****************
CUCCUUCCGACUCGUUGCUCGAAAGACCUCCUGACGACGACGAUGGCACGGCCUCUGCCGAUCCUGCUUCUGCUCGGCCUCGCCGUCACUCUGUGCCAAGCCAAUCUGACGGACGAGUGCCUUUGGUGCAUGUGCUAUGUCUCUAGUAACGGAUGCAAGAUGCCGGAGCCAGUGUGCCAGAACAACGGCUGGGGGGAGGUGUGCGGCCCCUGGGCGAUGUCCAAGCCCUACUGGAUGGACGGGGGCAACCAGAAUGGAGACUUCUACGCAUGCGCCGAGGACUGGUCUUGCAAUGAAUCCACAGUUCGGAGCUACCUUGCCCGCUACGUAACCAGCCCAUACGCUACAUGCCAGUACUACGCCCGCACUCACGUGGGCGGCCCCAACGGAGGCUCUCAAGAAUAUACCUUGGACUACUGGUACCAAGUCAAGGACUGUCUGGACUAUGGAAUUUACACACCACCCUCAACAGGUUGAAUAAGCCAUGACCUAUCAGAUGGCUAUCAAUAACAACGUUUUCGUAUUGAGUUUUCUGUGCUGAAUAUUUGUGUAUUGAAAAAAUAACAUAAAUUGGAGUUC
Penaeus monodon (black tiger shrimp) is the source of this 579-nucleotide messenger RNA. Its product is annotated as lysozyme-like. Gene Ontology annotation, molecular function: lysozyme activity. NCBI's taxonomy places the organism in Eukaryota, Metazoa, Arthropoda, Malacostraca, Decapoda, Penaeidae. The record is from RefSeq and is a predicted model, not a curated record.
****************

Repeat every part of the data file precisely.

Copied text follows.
CUCCUUCCGACUCGUUGCUCGAAAGACCUCCUGACGACGACGAUGGCACGGCCUCUGCCGAUCCUGCUUCUGCUCGGCCUCGCCGUCACUCUGUGCCAAGCCAAUCUGACGGACGAGUGCCUUUGGUGCAUGUGCUAUGUCUCUAGUAACGGAUGCAAGAUGCCGGAGCCAGUGUGCCAGAACAACGGCUGGGGGGAGGUGUGCGGCCCCUGGGCGAUGUCCAAGCCCUACUGGAUGGACGGGGGCAACCAGAAUGGAGACUUCUACGCAUGCGCCGAGGACUGGUCUUGCAAUGAAUCCACAGUUCGGAGCUACCUUGCCCGCUACGUAACCAGCCCAUACGCUACAUGCCAGUACUACGCCCGCACUCACGUGGGCGGCCCCAACGGAGGCUCUCAAGAAUAUACCUUGGACUACUGGUACCAAGUCAAGGACUGUCUGGACUAUGGAAUUUACACACCACCCUCAACAGGUUGAAUAAGCCAUGACCUAUCAGAUGGCUAUCAAUAACAACGUUUUCGUAUUGAGUUUUCUGUGCUGAAUAUUUGUGUAUUGAAAAAAUAACAUAAAUUGGAGUUC
Penaeus monodon (black tiger shrimp) is the source of this 579-nucleotide messenger RNA. Its product is annotated as lysozyme-like. Gene Ontology annotation, molecular function: lysozyme activity. NCBI's taxonomy places the organism in Eukaryota, Metazoa, Arthropoda, Malacostraca, Decapoda, Penaeidae. The record is from RefSeq and is a predicted model, not a curated record.